CAIRO: Presidential candidate Hamdeen Sabbahi says he still believes he can win the presidential election despite early expat voting results showing his opponent, Abdel Fatah Al-Sisi, with over 90 percent of the vote.
But despite this optimism, Sabbahi said in an interview with Lebanese newspaper Al-Safeer Tuesday, “I will resume working to achieve the objectives of Egypt’s revolution as part of the national opposition if I fail to win the presidential election.”
Sabbahi’s comment has stirred up debate over his future role in Egyptian politics should he fail to win the presidential race.
Mahmoud Nawar, founder of the socialist Badil Movement, said Sisi will win the presidency, while Sabbahi will form a strong front to lead the opposition. Nawar added in a statement to The Cairo Post Wednesday that Sabbahi’s decision to run for the presidency will present the Sisi government with serious opposition and provide a vision for social and economic matters.
He added, “It is important that Sisi not achieve a landslide victory in order to reflect the strength of the front opposing military rule.”
However, there are those who say Sabbahi’s role will be irrelevant following a Sisi victory.
Adel Soliman, the head of the International Center for Strategic Studies said that Sabbahi’s statements are just a scripted skit and he will not be able to present serious opposition against a future Sisi-led “military dictatorship” government.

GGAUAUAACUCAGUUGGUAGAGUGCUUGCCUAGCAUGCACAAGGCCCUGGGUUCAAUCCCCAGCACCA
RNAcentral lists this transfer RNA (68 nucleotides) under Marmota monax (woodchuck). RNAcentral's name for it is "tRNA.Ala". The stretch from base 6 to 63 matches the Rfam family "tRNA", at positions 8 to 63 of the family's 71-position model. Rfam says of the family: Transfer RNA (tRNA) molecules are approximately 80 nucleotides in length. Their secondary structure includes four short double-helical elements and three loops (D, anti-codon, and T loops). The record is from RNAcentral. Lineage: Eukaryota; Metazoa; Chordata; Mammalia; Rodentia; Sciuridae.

“Sabbahi made his decision to run for president to provide legitimacy to an illegitimate process,” Soliman told The Cairo Post.
He added that Sabbahi was part of what he described as a “military coup” because he didn’t say Egyptian authorities were responsible for killing protesters in the Rabaa al-Adaweya and Nahda Square sit-ins.
Sabbahi refused to describe what happened in Rabaa al-Adaweya as a massacre during his interview with MBC satellite channel last week, saying, “Leaders of the Muslim Brotherhood should bear the responsibility of the bloodshed witnessed in the squares.”
But regardless of the final results of the presidential election, Sabbahi supporters say their candidate has not been given a fair shot in the race by the military-backed government.
Heba Yassin, a member of Sabbahi’s campaign, blamed the media for the decline in Sabbahi’s popularity among expat Egyptians.
She said in a statement to The Cairo Post that state institutions have not been neutral in dealing with the presidential candidates and the government pushed Egyptians abroad to vote for Sisi. Yassin’s comments correspond with Sabbahi’s complaints that the government adopted a biased position on the presidential elections.
Yassin added, however, that the presidential elections have not ended, Egyptians should participate en masse and that the results of the election abroad do not reflect the popularity of her candidate.